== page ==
Did you know what color you wanted to be when you grew up? Did you even think about it? Did you ever think about what a brown skin tone can lead to once you’re an adult? Not many of us did.
Teenagers in the United States brag about their tans but don’t have to answer to why they do tan. Instead, a tan is a trademark of sunny days, lounging, vacation, and ultimately, luxury.
In contrast, when I was a kid, I was told to always wear sunscreen, cover up, and always told to have “less brown skin”—a brown skin tone was a big no-no, you see. Asian culture practically dictates skin lightening as a must. No matter what color you started out, lighter=better.
So, I felt weird about having brown skin. I didn’t look like the people around me, so people could say things like: “Your skin is the color of poop.” (Yes, that happens to people, not just comedians who can use it in a joke later.)
Sure, in recent times, TV has made some gains. But, it’s not enough for people to see others who look like me on screen. Even if characters are in new shows, they’re usually in the same stereotypical roles—over and over again. Listen up, media world: Not all Indians are scientists or doctors. We believe in following our dreams, and it’s not always about what you see in mainstream media.
Wikipedia shared a list titled “American Television Series with Asian Leads.” Can you guess how many series were headlined by Asians in the 2000s?
Now, how can we know what makeup to buy, clothes to wear, and what things to say if we have nobody to model? (I’m only half-kidding. Growing up, I was always glued to “Lucky” and “Self,” hoping one day they’d catch on that we’re not all size 0, blond-haired, blue-eyed angels who can wear whatever we want and still get compliments. “Self” finally caught on this year and is featuring women of different shades and ethnicities, but “Lucky” is now defunct.)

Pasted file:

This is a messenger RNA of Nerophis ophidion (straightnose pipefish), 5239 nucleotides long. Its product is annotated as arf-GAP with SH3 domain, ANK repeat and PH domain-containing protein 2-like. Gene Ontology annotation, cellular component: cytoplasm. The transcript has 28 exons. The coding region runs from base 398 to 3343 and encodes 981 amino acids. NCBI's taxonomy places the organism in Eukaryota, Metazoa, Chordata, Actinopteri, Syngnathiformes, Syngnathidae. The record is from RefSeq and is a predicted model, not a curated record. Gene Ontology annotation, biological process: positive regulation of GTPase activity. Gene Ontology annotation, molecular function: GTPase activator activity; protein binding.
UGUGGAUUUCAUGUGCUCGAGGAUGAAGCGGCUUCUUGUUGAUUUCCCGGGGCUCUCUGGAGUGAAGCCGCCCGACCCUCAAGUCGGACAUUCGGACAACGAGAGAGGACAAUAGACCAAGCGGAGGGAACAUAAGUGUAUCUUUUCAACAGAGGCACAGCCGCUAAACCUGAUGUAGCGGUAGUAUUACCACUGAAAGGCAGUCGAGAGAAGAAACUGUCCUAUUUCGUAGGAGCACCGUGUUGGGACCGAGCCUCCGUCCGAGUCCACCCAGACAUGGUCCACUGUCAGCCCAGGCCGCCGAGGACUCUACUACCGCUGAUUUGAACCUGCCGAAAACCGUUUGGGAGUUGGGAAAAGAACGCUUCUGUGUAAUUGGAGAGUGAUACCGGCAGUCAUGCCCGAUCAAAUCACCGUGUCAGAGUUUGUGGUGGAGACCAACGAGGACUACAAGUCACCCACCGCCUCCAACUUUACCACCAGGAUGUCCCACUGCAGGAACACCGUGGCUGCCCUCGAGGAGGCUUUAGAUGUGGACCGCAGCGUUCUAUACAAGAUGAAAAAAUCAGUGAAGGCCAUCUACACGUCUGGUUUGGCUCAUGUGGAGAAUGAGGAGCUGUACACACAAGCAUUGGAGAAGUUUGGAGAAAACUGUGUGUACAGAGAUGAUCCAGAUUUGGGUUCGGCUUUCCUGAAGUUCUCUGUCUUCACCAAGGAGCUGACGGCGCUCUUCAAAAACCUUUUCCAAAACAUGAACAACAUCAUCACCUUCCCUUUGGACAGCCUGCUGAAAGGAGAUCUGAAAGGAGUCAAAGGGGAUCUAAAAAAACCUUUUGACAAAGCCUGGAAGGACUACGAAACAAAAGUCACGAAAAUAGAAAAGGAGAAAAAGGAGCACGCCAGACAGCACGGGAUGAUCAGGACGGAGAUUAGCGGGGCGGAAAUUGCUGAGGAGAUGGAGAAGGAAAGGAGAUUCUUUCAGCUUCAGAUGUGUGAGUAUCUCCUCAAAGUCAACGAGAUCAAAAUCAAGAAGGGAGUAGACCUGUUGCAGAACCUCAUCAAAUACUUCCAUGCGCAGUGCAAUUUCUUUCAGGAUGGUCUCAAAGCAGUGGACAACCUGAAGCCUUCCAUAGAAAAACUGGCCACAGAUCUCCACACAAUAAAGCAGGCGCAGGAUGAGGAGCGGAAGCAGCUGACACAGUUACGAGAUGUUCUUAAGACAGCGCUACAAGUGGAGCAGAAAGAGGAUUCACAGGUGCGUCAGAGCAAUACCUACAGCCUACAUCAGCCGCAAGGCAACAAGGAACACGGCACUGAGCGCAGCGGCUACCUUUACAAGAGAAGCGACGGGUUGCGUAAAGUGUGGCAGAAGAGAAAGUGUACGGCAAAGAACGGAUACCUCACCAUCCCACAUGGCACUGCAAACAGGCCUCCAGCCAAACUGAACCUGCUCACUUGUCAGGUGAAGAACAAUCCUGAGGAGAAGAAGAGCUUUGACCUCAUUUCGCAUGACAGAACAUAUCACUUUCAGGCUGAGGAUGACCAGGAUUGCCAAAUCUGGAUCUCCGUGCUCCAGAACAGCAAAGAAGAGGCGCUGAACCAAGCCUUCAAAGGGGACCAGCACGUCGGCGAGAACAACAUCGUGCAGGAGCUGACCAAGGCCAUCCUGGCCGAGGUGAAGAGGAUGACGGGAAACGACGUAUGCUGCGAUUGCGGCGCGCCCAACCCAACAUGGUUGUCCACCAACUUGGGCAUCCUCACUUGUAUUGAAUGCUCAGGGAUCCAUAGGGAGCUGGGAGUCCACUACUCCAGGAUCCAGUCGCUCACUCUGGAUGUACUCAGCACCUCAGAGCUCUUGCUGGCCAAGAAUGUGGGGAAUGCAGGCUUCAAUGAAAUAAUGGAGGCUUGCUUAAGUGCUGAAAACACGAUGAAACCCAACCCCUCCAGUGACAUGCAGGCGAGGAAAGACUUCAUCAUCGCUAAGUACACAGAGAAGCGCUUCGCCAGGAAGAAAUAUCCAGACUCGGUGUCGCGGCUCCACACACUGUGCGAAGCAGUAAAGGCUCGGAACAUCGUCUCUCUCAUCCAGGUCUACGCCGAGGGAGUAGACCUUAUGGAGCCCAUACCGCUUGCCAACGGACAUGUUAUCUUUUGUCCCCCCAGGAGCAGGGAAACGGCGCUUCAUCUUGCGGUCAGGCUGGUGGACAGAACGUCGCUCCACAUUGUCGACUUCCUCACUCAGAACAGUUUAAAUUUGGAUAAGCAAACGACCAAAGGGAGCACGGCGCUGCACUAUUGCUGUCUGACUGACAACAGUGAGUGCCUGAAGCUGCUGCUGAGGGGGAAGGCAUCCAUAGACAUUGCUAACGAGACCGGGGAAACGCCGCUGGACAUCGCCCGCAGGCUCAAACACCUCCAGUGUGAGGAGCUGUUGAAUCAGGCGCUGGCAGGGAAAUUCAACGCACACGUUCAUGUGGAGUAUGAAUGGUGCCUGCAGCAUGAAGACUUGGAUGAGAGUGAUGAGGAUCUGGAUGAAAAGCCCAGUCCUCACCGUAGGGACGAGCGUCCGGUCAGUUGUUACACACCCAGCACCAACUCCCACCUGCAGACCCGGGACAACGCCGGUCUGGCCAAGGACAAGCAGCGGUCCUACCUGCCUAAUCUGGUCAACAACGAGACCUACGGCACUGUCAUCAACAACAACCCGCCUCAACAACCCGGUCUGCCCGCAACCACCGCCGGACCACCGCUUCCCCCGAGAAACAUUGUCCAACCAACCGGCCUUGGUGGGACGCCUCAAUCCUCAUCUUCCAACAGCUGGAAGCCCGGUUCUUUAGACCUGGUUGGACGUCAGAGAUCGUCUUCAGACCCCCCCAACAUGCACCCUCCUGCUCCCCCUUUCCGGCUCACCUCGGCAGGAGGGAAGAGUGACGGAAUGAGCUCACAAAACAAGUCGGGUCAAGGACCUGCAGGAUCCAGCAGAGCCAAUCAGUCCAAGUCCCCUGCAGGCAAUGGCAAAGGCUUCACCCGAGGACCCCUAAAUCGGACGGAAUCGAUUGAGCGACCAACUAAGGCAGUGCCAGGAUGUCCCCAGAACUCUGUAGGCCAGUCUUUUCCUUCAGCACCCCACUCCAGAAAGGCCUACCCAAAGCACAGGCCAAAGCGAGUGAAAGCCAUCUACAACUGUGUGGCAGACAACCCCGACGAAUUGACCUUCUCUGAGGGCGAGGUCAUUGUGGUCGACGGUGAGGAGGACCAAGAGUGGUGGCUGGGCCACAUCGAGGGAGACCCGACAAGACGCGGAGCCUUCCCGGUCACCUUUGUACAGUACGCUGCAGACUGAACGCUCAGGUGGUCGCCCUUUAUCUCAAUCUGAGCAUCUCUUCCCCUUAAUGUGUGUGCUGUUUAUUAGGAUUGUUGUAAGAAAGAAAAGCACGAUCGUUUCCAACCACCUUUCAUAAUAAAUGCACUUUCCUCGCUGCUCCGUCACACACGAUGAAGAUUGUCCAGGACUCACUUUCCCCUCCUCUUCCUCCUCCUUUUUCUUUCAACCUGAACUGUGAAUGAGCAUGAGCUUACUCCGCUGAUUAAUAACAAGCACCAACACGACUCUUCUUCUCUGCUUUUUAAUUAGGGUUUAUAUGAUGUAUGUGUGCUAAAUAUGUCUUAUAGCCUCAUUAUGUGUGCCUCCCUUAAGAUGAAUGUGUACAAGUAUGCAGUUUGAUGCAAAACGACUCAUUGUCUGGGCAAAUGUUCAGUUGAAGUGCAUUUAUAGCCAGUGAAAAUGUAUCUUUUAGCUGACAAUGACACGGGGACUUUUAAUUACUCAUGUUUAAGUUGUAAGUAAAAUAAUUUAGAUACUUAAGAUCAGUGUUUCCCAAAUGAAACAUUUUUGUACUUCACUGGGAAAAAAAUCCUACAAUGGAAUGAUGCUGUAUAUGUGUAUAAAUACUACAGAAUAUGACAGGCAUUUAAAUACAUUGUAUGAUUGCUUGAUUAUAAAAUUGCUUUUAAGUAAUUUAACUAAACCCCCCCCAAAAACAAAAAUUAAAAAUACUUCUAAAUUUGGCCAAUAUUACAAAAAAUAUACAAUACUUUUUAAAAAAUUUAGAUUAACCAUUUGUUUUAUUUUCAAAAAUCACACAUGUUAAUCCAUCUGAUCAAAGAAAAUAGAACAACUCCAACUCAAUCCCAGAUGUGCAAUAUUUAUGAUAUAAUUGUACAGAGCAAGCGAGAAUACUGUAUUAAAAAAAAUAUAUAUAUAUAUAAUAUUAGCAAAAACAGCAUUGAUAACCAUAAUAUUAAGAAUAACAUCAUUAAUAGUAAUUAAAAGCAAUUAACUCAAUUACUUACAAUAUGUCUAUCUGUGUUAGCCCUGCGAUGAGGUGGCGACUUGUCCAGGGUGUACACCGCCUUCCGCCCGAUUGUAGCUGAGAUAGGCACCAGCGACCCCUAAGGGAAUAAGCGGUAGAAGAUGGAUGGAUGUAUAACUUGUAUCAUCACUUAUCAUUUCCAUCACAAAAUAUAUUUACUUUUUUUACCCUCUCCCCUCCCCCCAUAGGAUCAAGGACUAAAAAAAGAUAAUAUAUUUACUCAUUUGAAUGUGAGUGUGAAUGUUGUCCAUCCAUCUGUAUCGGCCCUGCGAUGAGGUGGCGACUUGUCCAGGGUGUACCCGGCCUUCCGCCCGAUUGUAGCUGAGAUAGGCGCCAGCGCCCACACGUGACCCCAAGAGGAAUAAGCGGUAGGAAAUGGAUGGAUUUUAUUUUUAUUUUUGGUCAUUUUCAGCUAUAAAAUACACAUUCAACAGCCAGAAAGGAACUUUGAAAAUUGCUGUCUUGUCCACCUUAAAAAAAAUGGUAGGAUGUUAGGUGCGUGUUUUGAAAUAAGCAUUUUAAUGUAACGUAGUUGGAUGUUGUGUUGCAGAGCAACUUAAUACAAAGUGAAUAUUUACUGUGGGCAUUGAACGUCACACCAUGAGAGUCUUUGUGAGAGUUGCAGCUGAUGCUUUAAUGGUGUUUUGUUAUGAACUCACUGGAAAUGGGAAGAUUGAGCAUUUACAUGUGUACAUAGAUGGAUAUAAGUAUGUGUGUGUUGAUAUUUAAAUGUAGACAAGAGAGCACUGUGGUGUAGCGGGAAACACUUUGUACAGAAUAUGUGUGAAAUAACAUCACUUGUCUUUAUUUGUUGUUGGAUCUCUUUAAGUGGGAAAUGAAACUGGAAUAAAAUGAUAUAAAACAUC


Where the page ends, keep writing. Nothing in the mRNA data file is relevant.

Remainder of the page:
Hearing that Priyanka Chopra was passed over for roles because her skin is not blanched white is not even surprising. Despite being known internationally, she’s still held to that same unfair double standard that brown people in this country are faced with every single day.
[Read Related: Sun Tans and Dark Skin: Unpacking White Privilege]
Oh and, before you say it—yes! There are some roles built for Asians, but there still aren’t enough for young kids to see and feel like they’re part of something bigger. There aren’t enough to dispel stereotypes. And there certainly aren’t enough to make a change in people’s perceptions of a given religion.
American culture loves “exotic” looks and seeks out characters that are beautiful according to American beauty standards, but also says you can’t be “too” exotic. So, how are you possibly supposed to mold yourself to get that “perfect” brown skin tone? Furthermore, those standards of stick-thin, big-chested, small features, light and long hair, and tanned skin are not the norm for many American women and are patently unfair to those of us who don’t fit that mold.
So, which color wins?